Scott Terry's "Glory Days," an oil painting on board that is lightly lit with sunlight. Photos by Susan Safford
Islander as icon
To avoid absolute sentimentality, let's just say, we are getting a new ferry. Out with the old, in with the new. C'est la vie.
In homage to our long-lasting ferry the Islander, the Red Barn Granary Gallery in West Tisbury threw a superb bon voyage party last Saturday night. The party included 19 Granary Gallery artists and six Field Gallery artists.
The Islander was launched Feb. 21, 1950 at the Maryland Drydock Company in Baltimore. This vessel was built for service between Martha's Vineyard, New Bedford, Nantucket, and Woods Hole.
Steve Mills's clearly detailed oil, "Departing."
At the Red Barn last Saturday evening, David Dandridge, one of the Steamship captains, displayed a reception brochure from that launching. Cathleen Cagney, daughter of the late actor James Cagney, christened the vessel. The reception was in her honor as sponsor for the Islander.
Capt. Dandridge also had an old line drawing from that event showing the ferry in clear simple detail. He related how the Woods Hole end is the bow and the location of the anchor. He said few people know this because visually the bow and stern are not that different.
This conversation made it obvious that this art opening was more than just an exhibit of fabulous art. It was a piece of history itself.
Vanessa Earl, one of the gallery's employees, said the retirement was a good reason to have a collective show. Since the Islander is being decommissioned, the gallery thought it would be a great common theme to have the artists work on. The idea was the brainchild of Robin Nagle, the gallery manager.
The enthusiastic crowd that turned out for the show enjoyed having something in the winter to come out for, according to Ms. Nagle. In the last two winters the gallery hosted two solo artist shows and the response was prime.
Jeff Serusa, who has been with the Granary Gallery since 2005, standing in front of his giclee on canvas "Seasmoke on Canvas" shot in January.
This year it seemed natural to include more artists, and Ms. Nagle thought with the ferry retiring it would be fun to see how the artists would react to the Islander project. The invitations to participate went out in October, so the gallery was unsure how much art would be ready for the show.
The response was incredible.
Upon entry to the gallery the first massive image on display gave the show its mood. This large-scale giclee print by Jeff Serusa, "Seasmoke," prepares the viewer for the rest of show.
David Dandridge gazes at one of his favorite pieces in the show, Doug Kent's mixed media piece, "Islander off East Chop."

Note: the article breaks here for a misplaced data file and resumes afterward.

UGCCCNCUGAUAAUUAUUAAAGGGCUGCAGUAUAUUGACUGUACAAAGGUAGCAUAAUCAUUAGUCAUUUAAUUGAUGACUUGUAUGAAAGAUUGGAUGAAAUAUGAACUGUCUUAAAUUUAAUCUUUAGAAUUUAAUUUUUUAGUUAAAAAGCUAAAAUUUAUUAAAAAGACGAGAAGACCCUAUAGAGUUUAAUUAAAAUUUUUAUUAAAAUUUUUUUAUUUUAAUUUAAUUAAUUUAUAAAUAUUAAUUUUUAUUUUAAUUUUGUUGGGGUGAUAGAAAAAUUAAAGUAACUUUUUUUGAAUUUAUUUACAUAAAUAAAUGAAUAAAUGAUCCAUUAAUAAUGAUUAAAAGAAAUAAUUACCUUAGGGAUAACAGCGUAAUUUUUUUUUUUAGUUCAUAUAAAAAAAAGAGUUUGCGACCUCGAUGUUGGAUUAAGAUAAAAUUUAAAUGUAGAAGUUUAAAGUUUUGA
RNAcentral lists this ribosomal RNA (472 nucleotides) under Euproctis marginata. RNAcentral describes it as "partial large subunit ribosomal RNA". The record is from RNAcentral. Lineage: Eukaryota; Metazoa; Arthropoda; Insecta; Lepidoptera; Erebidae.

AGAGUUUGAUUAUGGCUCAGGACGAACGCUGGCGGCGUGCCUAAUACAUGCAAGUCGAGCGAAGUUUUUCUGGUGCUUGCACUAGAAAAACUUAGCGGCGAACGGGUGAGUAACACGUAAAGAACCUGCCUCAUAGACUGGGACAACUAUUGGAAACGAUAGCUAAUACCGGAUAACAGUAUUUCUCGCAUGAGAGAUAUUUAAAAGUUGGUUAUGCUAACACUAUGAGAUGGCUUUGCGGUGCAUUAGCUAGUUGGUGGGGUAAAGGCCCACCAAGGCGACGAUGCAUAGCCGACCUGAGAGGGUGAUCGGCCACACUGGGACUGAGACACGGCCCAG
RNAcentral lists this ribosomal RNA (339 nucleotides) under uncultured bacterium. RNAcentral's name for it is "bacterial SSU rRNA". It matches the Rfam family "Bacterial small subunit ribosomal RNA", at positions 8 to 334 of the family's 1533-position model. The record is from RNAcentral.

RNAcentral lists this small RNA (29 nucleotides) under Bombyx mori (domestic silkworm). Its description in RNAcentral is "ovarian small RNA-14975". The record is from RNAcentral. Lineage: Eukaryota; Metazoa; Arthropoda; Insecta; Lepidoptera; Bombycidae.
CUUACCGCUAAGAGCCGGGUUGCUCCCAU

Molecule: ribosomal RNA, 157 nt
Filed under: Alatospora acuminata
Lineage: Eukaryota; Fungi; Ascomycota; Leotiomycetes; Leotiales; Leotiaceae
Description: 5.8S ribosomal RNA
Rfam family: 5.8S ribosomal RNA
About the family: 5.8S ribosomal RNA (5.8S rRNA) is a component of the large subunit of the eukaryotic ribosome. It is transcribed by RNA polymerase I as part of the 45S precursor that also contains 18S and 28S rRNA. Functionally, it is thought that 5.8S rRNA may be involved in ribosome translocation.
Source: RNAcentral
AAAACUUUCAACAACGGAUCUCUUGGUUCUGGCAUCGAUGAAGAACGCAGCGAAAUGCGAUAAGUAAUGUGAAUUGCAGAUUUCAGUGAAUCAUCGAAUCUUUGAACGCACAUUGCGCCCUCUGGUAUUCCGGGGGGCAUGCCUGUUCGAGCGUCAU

Near this piece is a full area of bright, pop oil paintings by Claudio Gasparini. Filled with multiple colors, the ferry comes to life in a vast assortment of settings.
Steve Mills, with his intense sense of detail, gives us a ferry "Departing" with a lively deck full of people, and even the rust on the ferry dock is visible.
"Glory Days," an image by Scott Terry, depicts the ferry at dawn (or is it dusk?) with soft pink light glinting on the ferry's windows. Mr. Terry's bio describes his painting as an "ongoing struggle," where neither complacency or self-satisfaction can exist. That ideal makes for a very progressive, fun piece.
The photographic element was evident in the show as well. David Fokos has a whisp, a breathing blur of the Martha's Vineyard in black and white that tells the story of quick trips to the mainland, in keeping with his premise that "our impression of the world is based upon our total experience." This experience of travel that we all know living on-Island, is made beautiful by his lens.
The sister photo to Mr. Fokos's "Incoming Ferry, Oak Bluffs, Massachusetts" is a piece by Alison Shaw. Her images, well-known on the Island since 1975, also give evidence of our ferry experience. Her photo, "State Beach 2006," another blur of blues with hints of black on the ferry, again captures the travel experience that is now passing.
The parking lot was full and the departure of the Islander seemed like Mr. Serusa's fanciful elegant Islander in the mist - a distant thing full of meaning and yet somehow a weighty piece of fading Island history.
The show will run in its full form until Dec. 17. The Granary Gallery is located at 636 Old County Road, West Tisbury. 508-693-0455. Hours are daily 10-4 and Sundays 11-4.